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John ChryssavgisMarch 21, 2022
Russian President Vladimir Putin delivers his speech at a concert marking the eighth anniversary of the referendum on the state status of Crimea and Sevastopol and its reunification with Russia, in Moscow, Russia, Friday, March 18, 2022. (Sergei Guneyev/Sputnik Pool Photo via AP)

As the world watches the crisis in Ukraine unfold like the legend of the Persian king Xerxes terrorizing the “300 Spartans” at the Battle of Thermopylae, an entirely different conflict is being waged on another plane. The discernable battle may be engaged in Ukraine as a modern-day Thermopylae where the Greeks—read Ukrainians—are massacred by a superior military machine. The real contention, however, is “not against flesh and blood; it is against principalities and powers, against the world rulers of this present darkness, against the spiritual hosts of wickedness in the heavenly places” (Ep 6.12).

Western critics have predictably observed that the war in Ukraine is not merely geopolitical but religious. They realize something strange is going on—if for no other reason than because, while Russians and Ukrainians speak a different language, most of their clergy wear similar exotic vestments. For their part, Russian authorities argue that the war they wage is not about territorial conquest but about remembering and reinforcing the unity that binds them with Ukraine—a unity going back to at least the 10th century, when Vladimir the Great, grand prince of Kiev (considered the birthplace of Russian Orthodoxy), was baptized in 988, prompting the Christianization of Holy Rus’ (which included the territories of modern-day Belarus, Ukraine and Russia).

Dismissing the war on Ukraine as religious, or diminishing it as ecclesiastical, is at best an uncritical perception of what we are witnessing on our television screens and on Twitter.

That unity, Russian leaders claim, is now imperiled by the West. As a result, they reiterate the outlandish mantra that Orthodox Christians—specifically Russian Orthodox—are the victims in this ordeal.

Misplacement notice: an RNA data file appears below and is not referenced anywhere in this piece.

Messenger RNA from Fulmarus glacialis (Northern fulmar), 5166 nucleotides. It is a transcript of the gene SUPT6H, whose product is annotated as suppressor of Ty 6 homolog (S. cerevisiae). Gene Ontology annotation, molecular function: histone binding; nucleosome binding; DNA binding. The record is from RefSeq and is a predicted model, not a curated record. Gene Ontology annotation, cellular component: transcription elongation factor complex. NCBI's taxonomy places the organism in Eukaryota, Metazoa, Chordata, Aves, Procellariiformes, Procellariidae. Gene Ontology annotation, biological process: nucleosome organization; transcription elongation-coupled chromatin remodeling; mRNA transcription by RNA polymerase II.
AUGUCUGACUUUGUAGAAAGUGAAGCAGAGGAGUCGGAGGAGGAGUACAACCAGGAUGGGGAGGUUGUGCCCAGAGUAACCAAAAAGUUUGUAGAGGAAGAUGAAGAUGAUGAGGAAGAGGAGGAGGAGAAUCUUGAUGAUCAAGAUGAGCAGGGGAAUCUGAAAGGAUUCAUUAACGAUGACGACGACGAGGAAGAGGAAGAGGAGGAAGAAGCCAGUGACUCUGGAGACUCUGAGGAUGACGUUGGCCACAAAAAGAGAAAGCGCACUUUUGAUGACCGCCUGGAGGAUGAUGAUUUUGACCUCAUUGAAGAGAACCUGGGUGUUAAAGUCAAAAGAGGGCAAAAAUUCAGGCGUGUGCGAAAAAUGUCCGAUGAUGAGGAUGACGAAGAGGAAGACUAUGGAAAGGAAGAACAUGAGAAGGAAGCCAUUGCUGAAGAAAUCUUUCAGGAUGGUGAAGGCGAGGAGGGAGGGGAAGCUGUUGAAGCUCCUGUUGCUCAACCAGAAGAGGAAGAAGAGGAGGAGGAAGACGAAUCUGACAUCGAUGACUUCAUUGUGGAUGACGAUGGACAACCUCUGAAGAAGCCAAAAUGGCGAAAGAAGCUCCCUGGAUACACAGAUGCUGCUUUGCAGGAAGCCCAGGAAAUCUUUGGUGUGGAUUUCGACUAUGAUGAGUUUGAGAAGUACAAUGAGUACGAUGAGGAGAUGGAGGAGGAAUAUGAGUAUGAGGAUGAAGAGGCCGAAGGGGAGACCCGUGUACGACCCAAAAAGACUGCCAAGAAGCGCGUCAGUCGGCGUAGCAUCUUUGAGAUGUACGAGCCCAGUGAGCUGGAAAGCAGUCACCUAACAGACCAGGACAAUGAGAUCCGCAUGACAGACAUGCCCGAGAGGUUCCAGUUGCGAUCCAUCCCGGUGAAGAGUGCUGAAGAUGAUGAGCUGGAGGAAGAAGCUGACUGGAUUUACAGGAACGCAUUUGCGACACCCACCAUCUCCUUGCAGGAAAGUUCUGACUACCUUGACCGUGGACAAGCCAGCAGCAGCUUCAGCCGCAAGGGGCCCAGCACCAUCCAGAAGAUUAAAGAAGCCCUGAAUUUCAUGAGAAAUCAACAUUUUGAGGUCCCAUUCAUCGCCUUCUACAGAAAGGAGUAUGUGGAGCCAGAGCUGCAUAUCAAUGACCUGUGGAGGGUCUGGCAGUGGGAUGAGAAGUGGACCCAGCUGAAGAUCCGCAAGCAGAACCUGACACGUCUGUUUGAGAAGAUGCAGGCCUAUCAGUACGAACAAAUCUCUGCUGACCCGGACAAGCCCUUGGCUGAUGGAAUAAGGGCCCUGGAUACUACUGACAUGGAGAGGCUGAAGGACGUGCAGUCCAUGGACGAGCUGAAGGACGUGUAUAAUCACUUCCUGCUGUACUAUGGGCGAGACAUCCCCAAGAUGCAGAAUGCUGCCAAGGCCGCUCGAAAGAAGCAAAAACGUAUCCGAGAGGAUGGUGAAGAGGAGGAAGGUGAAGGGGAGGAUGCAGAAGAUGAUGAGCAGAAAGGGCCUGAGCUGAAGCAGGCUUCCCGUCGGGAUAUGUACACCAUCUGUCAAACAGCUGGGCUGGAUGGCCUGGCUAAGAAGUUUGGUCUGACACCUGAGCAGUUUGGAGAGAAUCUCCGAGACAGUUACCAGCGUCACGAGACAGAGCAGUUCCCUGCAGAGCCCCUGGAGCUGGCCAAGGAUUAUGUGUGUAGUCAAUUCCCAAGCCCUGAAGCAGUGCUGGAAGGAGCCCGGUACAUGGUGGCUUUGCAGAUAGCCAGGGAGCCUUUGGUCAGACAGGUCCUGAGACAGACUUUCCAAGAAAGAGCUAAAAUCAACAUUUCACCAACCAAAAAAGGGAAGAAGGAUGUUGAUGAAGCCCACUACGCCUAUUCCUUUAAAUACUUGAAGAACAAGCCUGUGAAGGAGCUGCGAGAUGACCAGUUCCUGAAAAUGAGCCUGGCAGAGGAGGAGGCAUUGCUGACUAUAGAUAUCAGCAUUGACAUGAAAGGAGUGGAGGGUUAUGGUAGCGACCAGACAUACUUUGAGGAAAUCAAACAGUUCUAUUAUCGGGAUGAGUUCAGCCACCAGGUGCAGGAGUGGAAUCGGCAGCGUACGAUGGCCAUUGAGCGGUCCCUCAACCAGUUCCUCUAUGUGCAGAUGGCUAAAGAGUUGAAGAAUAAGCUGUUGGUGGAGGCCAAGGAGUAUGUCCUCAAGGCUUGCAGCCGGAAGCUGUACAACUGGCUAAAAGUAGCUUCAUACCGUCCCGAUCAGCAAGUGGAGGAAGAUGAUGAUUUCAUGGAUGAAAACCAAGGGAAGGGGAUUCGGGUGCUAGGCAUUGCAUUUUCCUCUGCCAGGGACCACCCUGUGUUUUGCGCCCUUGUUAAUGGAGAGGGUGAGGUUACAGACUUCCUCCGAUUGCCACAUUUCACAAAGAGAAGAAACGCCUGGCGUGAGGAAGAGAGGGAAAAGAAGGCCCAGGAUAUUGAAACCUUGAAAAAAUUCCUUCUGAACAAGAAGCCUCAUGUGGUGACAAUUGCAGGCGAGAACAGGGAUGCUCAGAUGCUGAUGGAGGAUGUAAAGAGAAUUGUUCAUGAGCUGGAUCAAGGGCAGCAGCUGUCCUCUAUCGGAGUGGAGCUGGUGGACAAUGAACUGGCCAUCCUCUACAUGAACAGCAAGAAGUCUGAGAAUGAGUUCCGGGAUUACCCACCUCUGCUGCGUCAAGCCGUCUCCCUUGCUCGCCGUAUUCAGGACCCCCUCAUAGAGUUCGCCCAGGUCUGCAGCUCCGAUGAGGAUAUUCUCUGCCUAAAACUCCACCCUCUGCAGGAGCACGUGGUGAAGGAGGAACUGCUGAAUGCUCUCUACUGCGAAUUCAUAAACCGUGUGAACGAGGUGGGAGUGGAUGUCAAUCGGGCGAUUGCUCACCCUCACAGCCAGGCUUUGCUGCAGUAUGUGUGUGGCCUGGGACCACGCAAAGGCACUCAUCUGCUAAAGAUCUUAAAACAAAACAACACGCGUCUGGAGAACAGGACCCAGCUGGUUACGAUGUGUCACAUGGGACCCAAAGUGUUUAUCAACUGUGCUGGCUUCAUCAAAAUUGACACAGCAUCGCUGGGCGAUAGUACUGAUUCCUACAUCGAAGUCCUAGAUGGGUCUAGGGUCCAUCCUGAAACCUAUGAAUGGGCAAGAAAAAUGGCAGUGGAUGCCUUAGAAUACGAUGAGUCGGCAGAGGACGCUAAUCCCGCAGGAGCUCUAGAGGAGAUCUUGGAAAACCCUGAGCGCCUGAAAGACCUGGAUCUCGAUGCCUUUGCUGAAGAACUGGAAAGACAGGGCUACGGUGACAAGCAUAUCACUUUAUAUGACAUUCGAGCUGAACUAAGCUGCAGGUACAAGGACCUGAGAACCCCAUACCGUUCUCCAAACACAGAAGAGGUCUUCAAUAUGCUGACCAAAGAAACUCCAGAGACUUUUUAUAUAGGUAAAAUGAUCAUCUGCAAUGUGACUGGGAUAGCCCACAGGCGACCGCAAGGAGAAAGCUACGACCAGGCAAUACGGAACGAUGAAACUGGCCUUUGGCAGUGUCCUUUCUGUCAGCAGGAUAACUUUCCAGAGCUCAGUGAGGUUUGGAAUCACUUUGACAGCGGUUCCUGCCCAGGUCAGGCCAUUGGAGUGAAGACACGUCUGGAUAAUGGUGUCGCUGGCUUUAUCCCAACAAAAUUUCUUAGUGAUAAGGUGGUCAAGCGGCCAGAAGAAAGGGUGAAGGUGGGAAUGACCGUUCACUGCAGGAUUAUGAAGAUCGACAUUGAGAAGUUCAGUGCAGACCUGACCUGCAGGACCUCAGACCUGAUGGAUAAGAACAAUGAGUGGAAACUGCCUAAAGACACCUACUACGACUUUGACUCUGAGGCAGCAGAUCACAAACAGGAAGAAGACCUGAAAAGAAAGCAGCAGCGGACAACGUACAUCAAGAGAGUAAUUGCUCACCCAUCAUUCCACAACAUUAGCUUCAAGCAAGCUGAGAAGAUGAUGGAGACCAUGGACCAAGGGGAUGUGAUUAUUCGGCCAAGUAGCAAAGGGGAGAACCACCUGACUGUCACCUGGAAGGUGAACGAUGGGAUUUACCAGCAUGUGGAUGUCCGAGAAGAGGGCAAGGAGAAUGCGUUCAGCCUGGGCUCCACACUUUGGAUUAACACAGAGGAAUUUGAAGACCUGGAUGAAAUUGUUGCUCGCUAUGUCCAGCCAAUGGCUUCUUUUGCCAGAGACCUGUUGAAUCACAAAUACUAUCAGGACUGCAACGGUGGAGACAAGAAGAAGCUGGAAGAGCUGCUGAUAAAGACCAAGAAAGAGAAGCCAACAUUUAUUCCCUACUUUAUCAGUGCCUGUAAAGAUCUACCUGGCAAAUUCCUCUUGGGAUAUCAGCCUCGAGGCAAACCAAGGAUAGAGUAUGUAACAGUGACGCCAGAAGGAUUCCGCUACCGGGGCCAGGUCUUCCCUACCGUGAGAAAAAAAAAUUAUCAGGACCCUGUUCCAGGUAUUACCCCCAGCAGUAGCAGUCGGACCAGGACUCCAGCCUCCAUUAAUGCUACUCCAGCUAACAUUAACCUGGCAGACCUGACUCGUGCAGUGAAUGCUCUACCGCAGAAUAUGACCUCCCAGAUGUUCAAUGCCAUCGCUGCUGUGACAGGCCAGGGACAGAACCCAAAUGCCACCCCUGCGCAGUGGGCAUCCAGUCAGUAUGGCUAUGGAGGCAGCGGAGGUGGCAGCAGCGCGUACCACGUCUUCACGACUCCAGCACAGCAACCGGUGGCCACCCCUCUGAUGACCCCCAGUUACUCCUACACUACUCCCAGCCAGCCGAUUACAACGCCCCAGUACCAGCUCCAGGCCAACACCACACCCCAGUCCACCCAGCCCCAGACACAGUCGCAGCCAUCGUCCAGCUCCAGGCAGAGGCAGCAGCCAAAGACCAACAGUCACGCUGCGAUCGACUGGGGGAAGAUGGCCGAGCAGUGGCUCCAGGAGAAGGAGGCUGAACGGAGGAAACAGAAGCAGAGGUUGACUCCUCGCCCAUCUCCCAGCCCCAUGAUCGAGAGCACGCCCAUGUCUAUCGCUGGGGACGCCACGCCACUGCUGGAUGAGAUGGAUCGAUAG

Nevertheless, dismissing the war on Ukraine as religious, or diminishing it as ecclesiastical, is at best an uncritical perception of what we are witnessing on our television screens and on Twitter. Russia’s belligerence and indifference to eradicating innocent civilians and children, while in the process forcing millions of refugees to flee to bordering nations, can only be explained as blind adherence to an ideology to which Russian leaders zealously offer bloody sacrifice.

Americans, of course, are not oblivious to such militant ideologies. International scholar John Mearsheimer has long decried the forced creation of liberal democracies in the Middle East and elsewhere in the interest of U.S. foreign policy. All of us recall the mandate and pledge in the Sermon on the Mount, inspiring us, as “a city on a hill…not to place the lamp under a bushel, but to set it on a stand, from where it can shine on the whole world” (Mt 5.14–15). Everyone quotes Scripture—conservatives and liberals alike, indeed Putin himself at a rally in Moscow on March 18—but not everyone agrees on its interpretation when they reach a crossroads that separates aggressors from victims. In the past, America rationalized its occupation of sovereign lands for the sake of oil. Today, Russia legitimizes its invasion of Ukraine for the sake of Ukraine’s soul.

As a realist, Dr. Mearsheimer is unequivocally aware of the geopolitical nuances behind President Putin’s unholy war. Perhaps, however, he is naively indifferent to the ideological rhetoric of Patriarch Kirill, the current head of the Russian Orthodox Church. For President Putin and Patriarch Kirill, the invasion of Ukraine is not just an exercise in historical or emotional reflection; nor is it an enterprise of intellectual or philosophical position. It goes far deeper than that.

The problem is not so much the less-than-holy alliance between Mr. Putin and Patriarch Kirill, which has ignored the concerted global plea for war to cease and peace to prevail in Ukraine. The trouble is that the twin tyrants of the post-Bolshevik state and post-Czarist church have been dogmatically and doggedly tone-deaf in recent decades to the free world’s developments, which they consider and condemn as shades of evil in a fallen world. There is indeed religious symbolism behind the territorial invasion of Ukraine by Russia, but it reflects the much larger metaphysical fantasy of the spiritual salvation of the whole world.

Nationalism isn’t always—or doesn’t have to be—a bane; it can actually be a blessing for local Orthodox churches.

To decry or describe Russia’s invasion of Ukraine as fratricide is to miscalculate and misinterpret the war as perceived through the lens of both Mr. Putin and Patriarch Kirill. Their words and actions are not solely about brazen expansionism or nostalgic imperialism on the basis of some primitive nationalism. The stakes are much higher. And what reveals the underlying ambitions of the heads of church and state in Russia is a consideration of the details on the margin of history as it is being recorded.